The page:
How does your garden grow?
Probably not without the help of pollinators, an endangered group of animals that affects food production worldwide.
An international urban garden project that includes Tohono Chul Park hopes to grow a crop of young experts on pollinators and sustainable gardening.
Their efforts hope to yield tips for creating successful urban gardens.
This week Tohono Chul Park, the St. Louis Zoo and the National Museums of Kenya in Nairobi will launch the P.A.U.S.E. Project, funded in part by an $86,000 grant from Museums Connect.
P.A.U.S.E. stands for pollinators, art, urban agriculture, society and the environment.
A team of 17- to 22-year-olds in each city will learn about pollinators, plants that attract them and the importance of urban gardens as sources of fresh food.
"What Tohono Chul Park is bringing to this is the agriculture, heirloom crops, native foods," says Jo Falls, the park's director of education and visitor services.
Using social media, video-conferences and personal visits, the teams will share information about their locations' gardening conditions and practices.
Each team will then develop urban food gardens with pollinator habitats for its specific location.
The Tucson group will expand Tohono Chul's ethno-botanical garden by adding Kino heirloom fruit trees, which were propagated from colonial Spanish-era plants.
The eight team members also will tend the park's monsoon garden, which irrigates crops using only rainwater, and build a demonstration garden at Native Seeds/SEARCH's office on East River Road.
All three gardens will have plants that attract pollinators. They will include an artful sculpture that also acts as habitats for native bees.
Finally, the team will develop a pollinator identification guide to distribute to the public.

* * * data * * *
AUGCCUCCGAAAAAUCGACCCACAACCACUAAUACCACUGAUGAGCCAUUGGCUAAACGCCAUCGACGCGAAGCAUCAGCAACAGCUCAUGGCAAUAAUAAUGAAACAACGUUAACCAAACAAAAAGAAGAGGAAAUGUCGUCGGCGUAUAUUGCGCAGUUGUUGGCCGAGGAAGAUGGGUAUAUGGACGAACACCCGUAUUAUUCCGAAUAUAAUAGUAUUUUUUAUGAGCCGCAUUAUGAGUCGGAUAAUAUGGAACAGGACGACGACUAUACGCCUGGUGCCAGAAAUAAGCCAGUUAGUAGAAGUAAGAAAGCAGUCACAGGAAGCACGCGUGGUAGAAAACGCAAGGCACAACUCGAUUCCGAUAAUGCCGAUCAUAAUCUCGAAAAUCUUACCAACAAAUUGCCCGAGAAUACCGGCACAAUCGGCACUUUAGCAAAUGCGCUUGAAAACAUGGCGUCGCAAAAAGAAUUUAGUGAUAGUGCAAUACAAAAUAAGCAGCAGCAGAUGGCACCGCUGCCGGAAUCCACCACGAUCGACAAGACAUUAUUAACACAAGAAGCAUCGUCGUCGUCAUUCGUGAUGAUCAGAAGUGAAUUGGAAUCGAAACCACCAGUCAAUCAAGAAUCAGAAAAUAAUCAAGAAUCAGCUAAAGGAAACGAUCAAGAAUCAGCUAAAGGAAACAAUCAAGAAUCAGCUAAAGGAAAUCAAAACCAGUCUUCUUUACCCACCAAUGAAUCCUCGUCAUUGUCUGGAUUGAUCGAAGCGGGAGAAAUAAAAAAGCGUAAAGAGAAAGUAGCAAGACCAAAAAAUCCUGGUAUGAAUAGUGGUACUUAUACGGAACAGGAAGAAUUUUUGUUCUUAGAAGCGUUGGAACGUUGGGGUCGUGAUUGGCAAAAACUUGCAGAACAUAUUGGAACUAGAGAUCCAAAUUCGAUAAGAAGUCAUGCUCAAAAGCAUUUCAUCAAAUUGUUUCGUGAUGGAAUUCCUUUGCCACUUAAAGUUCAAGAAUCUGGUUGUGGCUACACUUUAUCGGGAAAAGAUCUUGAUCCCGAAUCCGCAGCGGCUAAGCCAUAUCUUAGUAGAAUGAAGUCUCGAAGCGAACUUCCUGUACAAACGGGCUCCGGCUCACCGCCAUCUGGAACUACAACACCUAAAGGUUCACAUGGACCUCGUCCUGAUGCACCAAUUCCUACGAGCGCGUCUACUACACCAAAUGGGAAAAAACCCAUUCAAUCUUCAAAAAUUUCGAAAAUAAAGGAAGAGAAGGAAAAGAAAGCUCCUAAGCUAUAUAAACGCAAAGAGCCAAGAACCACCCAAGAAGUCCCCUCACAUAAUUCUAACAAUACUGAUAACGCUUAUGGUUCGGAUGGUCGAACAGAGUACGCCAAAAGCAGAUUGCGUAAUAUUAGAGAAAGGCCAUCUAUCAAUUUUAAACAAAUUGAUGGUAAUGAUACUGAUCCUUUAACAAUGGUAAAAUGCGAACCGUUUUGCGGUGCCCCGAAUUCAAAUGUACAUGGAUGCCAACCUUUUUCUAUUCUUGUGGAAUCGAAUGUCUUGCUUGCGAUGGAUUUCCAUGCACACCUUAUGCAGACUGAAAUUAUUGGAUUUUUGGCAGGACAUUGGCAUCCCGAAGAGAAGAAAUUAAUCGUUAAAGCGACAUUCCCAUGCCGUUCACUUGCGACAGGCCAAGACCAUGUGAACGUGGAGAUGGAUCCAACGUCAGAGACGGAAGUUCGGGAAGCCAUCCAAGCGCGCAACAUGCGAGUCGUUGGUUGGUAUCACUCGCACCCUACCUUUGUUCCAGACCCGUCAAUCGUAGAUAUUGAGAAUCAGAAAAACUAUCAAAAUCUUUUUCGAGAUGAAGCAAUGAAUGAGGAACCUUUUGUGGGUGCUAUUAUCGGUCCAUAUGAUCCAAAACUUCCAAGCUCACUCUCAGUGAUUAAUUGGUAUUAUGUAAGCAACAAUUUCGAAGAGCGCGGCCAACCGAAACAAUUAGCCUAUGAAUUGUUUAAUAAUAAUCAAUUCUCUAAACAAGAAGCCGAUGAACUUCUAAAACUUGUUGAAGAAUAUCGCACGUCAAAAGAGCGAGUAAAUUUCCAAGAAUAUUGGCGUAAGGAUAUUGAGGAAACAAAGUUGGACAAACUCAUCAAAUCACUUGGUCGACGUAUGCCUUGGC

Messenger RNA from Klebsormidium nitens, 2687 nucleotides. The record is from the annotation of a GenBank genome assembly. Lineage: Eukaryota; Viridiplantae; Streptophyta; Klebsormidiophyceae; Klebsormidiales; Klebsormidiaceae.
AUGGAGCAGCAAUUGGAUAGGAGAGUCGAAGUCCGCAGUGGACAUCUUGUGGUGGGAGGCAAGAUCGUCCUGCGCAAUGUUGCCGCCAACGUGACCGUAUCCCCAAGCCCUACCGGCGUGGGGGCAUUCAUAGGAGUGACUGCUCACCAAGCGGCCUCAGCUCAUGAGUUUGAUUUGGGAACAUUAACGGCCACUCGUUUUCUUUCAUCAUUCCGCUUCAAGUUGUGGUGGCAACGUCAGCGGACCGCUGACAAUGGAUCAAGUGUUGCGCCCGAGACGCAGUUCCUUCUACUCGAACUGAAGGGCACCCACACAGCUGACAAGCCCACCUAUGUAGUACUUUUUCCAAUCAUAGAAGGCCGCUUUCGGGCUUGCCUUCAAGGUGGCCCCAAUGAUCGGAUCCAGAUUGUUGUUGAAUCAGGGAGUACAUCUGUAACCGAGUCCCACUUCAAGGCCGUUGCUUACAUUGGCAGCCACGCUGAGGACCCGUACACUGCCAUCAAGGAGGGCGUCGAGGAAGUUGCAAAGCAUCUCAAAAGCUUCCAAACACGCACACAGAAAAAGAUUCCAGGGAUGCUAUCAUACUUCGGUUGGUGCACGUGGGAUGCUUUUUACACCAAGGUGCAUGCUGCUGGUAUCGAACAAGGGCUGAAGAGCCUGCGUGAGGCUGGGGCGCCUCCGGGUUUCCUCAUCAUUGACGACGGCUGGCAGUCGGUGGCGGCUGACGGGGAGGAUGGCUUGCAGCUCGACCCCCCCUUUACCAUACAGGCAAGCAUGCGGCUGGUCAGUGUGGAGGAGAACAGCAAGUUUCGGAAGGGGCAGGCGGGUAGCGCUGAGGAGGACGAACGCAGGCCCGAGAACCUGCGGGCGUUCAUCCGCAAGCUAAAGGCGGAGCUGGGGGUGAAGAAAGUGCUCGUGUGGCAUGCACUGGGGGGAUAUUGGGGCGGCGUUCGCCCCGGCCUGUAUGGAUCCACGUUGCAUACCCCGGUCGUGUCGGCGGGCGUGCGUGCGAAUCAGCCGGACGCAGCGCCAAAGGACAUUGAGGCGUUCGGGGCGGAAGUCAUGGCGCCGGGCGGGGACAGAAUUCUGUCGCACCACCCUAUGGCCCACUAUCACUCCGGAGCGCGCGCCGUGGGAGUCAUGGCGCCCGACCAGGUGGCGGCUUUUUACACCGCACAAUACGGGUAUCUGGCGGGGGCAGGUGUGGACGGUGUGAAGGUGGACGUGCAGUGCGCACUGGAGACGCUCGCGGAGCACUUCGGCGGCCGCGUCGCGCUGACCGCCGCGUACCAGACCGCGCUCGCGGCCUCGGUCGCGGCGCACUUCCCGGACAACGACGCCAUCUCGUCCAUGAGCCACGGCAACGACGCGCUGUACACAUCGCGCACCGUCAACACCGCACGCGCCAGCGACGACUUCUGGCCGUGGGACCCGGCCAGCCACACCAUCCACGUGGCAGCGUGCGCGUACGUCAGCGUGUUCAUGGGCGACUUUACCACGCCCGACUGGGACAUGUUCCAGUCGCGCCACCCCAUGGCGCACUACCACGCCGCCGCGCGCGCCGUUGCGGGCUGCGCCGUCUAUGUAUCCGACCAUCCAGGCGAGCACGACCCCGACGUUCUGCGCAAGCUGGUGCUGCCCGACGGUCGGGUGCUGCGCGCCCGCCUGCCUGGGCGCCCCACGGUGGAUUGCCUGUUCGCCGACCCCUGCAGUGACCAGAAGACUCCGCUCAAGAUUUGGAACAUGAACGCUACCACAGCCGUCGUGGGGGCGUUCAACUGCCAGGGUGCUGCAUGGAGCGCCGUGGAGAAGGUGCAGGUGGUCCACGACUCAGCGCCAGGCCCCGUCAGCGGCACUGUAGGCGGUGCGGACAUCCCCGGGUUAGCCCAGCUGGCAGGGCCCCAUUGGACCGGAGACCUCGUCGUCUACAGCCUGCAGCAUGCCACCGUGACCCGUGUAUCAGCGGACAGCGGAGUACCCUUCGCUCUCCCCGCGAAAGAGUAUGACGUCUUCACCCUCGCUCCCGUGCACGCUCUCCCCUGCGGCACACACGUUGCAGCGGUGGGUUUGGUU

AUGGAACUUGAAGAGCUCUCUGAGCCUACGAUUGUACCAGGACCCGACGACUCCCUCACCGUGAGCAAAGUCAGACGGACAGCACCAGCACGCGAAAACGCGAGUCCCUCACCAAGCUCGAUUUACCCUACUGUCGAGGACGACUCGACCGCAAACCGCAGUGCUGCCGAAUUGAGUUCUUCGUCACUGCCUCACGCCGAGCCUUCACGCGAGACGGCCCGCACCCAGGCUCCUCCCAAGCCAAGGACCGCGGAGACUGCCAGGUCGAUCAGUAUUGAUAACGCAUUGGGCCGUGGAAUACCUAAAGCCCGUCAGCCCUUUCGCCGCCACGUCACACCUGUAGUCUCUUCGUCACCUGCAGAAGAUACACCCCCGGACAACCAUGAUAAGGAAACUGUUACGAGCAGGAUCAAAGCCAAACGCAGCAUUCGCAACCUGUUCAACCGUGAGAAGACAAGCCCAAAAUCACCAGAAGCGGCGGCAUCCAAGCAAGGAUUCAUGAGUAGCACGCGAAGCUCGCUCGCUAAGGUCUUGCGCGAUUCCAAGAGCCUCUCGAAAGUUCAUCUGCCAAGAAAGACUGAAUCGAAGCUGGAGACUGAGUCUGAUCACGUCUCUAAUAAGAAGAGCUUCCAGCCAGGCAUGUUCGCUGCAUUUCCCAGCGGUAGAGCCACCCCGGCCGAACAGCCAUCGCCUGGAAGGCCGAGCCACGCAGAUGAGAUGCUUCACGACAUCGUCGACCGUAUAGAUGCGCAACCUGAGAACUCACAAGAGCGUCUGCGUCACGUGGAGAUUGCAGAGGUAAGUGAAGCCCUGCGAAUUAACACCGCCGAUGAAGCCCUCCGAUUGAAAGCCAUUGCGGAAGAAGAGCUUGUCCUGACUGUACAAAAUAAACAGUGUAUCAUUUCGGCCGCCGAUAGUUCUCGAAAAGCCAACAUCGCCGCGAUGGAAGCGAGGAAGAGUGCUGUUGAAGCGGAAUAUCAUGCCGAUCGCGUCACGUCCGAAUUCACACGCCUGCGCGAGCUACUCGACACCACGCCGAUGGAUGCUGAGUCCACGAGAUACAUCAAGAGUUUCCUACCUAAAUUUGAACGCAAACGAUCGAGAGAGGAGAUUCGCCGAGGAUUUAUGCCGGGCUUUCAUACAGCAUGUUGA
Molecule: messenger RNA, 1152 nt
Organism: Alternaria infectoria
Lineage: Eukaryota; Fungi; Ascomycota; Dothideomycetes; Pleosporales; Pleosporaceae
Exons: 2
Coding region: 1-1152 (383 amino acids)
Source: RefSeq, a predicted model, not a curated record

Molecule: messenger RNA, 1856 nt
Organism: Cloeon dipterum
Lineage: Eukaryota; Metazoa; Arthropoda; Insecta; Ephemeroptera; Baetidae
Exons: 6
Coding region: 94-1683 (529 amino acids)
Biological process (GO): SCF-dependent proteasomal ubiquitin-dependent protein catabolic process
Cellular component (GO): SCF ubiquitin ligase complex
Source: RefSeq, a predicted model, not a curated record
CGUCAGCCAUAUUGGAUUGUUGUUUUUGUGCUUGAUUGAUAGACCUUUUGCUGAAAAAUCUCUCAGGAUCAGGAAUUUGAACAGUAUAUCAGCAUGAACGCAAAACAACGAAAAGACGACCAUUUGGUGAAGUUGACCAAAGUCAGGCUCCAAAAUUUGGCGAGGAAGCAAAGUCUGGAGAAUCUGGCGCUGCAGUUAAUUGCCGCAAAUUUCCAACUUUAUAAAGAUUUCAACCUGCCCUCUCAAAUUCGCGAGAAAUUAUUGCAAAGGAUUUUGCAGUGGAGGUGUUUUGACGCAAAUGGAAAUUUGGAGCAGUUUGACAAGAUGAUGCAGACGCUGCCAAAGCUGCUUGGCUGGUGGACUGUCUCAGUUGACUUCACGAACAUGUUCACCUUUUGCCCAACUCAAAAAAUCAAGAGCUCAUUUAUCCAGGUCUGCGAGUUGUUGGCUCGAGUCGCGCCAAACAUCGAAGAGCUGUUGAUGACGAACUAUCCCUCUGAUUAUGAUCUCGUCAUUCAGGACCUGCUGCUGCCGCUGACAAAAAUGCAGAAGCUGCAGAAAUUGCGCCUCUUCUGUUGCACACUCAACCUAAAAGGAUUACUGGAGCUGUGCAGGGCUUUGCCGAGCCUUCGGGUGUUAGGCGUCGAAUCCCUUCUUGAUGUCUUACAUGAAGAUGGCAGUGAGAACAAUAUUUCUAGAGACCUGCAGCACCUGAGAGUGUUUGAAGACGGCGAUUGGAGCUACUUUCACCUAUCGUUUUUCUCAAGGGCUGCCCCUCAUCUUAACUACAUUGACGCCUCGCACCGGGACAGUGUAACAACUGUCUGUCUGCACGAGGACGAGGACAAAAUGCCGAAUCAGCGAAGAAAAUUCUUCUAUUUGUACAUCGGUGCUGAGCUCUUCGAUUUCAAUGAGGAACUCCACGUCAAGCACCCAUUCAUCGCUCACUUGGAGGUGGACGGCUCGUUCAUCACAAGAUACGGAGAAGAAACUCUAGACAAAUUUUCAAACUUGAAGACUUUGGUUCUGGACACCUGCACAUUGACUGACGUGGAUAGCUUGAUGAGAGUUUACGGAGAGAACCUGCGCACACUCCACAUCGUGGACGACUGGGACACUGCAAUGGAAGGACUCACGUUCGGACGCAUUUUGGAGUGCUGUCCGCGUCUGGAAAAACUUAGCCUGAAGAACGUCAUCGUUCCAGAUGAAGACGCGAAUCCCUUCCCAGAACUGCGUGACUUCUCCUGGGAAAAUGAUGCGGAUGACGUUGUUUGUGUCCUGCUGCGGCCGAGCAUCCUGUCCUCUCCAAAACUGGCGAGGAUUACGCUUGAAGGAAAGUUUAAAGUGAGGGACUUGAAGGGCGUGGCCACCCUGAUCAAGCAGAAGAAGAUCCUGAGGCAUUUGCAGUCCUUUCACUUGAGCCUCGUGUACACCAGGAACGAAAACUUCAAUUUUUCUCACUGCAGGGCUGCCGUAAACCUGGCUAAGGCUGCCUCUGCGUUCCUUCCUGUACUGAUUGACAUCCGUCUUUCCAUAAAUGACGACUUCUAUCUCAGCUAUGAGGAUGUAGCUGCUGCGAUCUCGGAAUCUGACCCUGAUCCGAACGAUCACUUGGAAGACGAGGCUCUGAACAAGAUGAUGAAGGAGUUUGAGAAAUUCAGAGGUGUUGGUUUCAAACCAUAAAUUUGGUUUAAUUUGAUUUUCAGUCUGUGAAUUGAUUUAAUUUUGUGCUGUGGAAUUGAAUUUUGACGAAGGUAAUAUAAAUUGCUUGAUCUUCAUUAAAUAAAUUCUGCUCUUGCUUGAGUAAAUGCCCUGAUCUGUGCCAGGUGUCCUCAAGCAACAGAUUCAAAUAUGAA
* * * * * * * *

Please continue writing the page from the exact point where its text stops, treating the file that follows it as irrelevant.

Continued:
"Our overall goal is increased interest in what's happening with native pollinators," says Falls, "and make people more conscious of what they eat and where their food is coming from."
Two of the Tucson team, whose members were selected in an application process, say the educational aspect attracted them to the project.
"It's everything I want to do with my life, teaching others about being sustainable and protecting the environment," says Lauren Nichols. The 22-year-old Tucson native is a University of Arizona student of conservation biology.
Meagan Horman, who studies environmental water resource economics at the UA, hopes to show why gardeners should want pollinators in their gardens.
"I think it's something a lot of people don't understand, how interwoven life is," says the 22-year-old Chandler resident. "It's a delicate balance."
P.A.U.S.E. for a moment
You can learn more about the P.A.U.S.E. Project at a website that Tohono Chul Park plans to launch soon. A link will be available on its website, tohonochulpark.org
Contact local freelance writer Elena Acoba at email@example.com